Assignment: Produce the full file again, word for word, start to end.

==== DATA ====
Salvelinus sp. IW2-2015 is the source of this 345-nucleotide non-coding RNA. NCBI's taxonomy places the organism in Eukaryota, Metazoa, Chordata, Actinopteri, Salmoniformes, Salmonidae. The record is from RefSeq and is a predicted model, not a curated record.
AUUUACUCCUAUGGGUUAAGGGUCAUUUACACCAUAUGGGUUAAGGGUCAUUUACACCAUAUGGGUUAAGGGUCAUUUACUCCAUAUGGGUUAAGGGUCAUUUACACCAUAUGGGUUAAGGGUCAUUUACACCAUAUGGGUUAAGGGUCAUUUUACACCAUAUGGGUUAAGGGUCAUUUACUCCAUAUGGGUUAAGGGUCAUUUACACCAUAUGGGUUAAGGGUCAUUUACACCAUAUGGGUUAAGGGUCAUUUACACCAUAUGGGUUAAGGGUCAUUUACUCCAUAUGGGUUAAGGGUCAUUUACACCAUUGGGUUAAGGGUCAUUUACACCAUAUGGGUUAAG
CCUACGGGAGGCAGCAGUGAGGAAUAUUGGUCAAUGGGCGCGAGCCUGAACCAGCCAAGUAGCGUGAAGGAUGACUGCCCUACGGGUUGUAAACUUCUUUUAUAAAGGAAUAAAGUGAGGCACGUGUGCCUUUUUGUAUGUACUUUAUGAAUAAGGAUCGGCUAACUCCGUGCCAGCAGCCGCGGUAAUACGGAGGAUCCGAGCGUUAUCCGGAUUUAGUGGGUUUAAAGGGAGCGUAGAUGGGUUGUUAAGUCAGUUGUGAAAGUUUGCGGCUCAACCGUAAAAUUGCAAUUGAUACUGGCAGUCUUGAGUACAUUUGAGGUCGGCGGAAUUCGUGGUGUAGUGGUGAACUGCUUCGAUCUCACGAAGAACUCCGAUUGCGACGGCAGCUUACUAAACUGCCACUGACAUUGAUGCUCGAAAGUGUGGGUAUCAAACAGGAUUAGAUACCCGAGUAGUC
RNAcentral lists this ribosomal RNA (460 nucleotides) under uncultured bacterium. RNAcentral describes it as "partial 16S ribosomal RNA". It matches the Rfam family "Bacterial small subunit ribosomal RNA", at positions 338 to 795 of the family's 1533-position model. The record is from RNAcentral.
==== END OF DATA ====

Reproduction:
Salvelinus sp. IW2-2015 is the source of this 345-nucleotide non-coding RNA. NCBI's taxonomy places the organism in Eukaryota, Metazoa, Chordata, Actinopteri, Salmoniformes, Salmonidae. The record is from RefSeq and is a predicted model, not a curated record.
AUUUACUCCUAUGGGUUAAGGGUCAUUUACACCAUAUGGGUUAAGGGUCAUUUACACCAUAUGGGUUAAGGGUCAUUUACUCCAUAUGGGUUAAGGGUCAUUUACACCAUAUGGGUUAAGGGUCAUUUACACCAUAUGGGUUAAGGGUCAUUUUACACCAUAUGGGUUAAGGGUCAUUUACUCCAUAUGGGUUAAGGGUCAUUUACACCAUAUGGGUUAAGGGUCAUUUACACCAUAUGGGUUAAGGGUCAUUUACACCAUAUGGGUUAAGGGUCAUUUACUCCAUAUGGGUUAAGGGUCAUUUACACCAUUGGGUUAAGGGUCAUUUACACCAUAUGGGUUAAG
CCUACGGGAGGCAGCAGUGAGGAAUAUUGGUCAAUGGGCGCGAGCCUGAACCAGCCAAGUAGCGUGAAGGAUGACUGCCCUACGGGUUGUAAACUUCUUUUAUAAAGGAAUAAAGUGAGGCACGUGUGCCUUUUUGUAUGUACUUUAUGAAUAAGGAUCGGCUAACUCCGUGCCAGCAGCCGCGGUAAUACGGAGGAUCCGAGCGUUAUCCGGAUUUAGUGGGUUUAAAGGGAGCGUAGAUGGGUUGUUAAGUCAGUUGUGAAAGUUUGCGGCUCAACCGUAAAAUUGCAAUUGAUACUGGCAGUCUUGAGUACAUUUGAGGUCGGCGGAAUUCGUGGUGUAGUGGUGAACUGCUUCGAUCUCACGAAGAACUCCGAUUGCGACGGCAGCUUACUAAACUGCCACUGACAUUGAUGCUCGAAAGUGUGGGUAUCAAACAGGAUUAGAUACCCGAGUAGUC
RNAcentral lists this ribosomal RNA (460 nucleotides) under uncultured bacterium. RNAcentral describes it as "partial 16S ribosomal RNA". It matches the Rfam family "Bacterial small subunit ribosomal RNA", at positions 338 to 795 of the family's 1533-position model. The record is from RNAcentral.